“Indeed, at first sight, the typical savage family, as it is found among the vast majority of native tribes . . . seems hardly to differ at all from its civilized counterpart. Mother, father, and children share the camp, the home, the food, and the life. . . . Attached to each other, sharing life and most of its interests, exchanging counsel and help, company and cheer, and reciprocating in economic cooperation . . . the individual, undivided family stands out conspicuous, a definite social unit marked off from the rest of society by a clear line of division.”
Another anthropologist, George Murdock, conducted an exhaustive investigation into 250 human societies. This is what he discovered: “The nuclear family is a universal human social grouping. Either as the sole prevailing form of the family or as the basic unit from which more complex familial forms are compounded, it exists as a distinct and strongly functional group in every known society. No exception, at least, has come to light in the 250 representative cultures surveyed for the present study. . . In no case have we found a reliable ethnographer denying either the existence or the importance of this elemental social group. . . The nuclear family is always recognizable and always has its distinctive and vital functions.”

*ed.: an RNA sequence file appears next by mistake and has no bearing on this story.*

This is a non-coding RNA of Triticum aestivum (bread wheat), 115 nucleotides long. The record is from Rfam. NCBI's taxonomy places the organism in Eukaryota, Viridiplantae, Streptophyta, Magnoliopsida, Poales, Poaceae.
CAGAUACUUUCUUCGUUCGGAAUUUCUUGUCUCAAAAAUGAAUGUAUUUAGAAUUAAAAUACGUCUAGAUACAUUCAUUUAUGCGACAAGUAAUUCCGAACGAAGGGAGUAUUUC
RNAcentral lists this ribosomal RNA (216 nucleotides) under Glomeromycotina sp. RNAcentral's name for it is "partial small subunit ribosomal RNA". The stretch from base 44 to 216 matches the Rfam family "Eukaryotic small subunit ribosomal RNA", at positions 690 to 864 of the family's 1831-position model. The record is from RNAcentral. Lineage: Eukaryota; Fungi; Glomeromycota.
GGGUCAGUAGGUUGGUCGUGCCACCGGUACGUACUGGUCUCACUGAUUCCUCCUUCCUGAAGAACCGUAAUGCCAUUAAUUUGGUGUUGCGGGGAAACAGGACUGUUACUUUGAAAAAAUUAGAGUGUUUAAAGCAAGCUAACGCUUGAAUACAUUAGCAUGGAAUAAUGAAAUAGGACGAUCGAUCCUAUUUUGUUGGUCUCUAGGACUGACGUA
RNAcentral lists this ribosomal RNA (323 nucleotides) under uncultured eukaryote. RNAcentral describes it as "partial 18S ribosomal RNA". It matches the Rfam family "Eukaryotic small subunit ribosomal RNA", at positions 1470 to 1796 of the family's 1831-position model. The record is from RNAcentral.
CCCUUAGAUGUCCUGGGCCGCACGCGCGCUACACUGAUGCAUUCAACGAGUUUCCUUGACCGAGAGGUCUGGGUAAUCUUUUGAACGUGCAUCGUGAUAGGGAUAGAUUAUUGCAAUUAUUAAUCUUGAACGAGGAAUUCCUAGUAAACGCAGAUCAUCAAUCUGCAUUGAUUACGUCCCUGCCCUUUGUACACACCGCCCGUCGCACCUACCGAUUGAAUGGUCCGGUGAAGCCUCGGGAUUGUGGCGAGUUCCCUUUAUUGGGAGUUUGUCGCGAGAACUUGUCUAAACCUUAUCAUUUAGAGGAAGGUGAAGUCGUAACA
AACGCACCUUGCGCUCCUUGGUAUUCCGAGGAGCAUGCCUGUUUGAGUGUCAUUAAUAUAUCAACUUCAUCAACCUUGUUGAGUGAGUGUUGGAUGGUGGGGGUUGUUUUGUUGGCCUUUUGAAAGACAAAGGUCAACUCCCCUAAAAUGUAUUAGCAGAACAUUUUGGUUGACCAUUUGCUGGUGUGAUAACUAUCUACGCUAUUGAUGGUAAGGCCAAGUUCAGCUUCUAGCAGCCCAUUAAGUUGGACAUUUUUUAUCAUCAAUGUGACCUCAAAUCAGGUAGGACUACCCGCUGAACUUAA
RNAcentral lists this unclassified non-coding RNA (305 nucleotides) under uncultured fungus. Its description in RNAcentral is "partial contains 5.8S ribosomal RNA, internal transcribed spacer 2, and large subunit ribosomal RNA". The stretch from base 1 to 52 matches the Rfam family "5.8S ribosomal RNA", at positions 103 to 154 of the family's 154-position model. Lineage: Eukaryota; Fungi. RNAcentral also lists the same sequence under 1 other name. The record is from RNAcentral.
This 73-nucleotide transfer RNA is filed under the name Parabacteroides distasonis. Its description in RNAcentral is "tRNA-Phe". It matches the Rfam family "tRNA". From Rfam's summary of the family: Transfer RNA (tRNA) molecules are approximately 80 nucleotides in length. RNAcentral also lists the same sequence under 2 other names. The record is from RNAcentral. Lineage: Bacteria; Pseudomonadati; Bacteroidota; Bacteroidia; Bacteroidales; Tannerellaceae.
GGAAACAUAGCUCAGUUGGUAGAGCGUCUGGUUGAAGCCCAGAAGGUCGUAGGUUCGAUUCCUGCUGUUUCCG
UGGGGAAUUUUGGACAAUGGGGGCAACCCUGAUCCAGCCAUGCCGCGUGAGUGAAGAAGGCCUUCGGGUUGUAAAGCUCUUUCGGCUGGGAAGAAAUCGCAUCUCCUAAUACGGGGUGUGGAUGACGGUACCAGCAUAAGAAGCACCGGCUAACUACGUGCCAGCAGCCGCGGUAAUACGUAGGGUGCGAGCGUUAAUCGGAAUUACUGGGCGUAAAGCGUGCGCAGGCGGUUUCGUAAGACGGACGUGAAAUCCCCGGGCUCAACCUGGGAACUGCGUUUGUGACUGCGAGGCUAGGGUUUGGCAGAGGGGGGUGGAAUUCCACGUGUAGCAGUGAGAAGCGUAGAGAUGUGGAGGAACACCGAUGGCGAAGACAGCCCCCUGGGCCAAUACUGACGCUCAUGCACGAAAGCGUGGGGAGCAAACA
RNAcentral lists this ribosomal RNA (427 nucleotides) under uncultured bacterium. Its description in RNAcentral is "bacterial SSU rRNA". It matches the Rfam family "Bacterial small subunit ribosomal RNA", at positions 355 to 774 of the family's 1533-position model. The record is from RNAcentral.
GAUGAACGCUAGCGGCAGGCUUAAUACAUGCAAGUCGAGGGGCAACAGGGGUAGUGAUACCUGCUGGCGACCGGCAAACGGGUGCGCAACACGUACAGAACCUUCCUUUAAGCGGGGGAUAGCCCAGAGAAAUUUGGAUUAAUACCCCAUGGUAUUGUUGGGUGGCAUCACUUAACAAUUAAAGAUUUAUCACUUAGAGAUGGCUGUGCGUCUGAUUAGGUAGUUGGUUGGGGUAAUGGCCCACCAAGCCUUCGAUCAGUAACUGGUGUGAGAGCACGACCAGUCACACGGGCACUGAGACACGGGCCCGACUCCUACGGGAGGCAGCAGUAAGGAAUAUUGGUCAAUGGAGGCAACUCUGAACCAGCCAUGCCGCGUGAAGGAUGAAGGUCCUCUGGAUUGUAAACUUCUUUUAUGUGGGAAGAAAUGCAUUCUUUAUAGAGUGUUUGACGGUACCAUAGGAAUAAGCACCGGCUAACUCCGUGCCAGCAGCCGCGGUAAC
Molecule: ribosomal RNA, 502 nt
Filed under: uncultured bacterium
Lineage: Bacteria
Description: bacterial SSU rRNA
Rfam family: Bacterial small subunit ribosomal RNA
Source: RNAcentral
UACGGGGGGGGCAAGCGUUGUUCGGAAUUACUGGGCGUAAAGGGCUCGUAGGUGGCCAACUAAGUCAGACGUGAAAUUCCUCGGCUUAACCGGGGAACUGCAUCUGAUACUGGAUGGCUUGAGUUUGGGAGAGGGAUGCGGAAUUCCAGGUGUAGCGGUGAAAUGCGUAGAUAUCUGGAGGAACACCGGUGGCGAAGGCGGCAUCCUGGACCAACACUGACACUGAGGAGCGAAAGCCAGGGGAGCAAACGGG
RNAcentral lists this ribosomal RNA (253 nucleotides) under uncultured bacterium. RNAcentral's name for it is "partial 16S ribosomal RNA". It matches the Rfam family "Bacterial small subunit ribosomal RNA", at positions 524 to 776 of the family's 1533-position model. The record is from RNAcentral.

More recent research by Peter Laslett of Cambridge University has confirmed Murdock’s claims. And as the Times Literary Supplement Editor, Ferdinand Mount has commented, “The family is not an historical freak. If the evidence we have put together is correctly interpreted, the family as we know it today – small, two-generation, nuclear, based on choice and affection…is neither a novelty nor the product of unique historical forces. The way most people live today is the way most people have preferred to live when they had the chance.”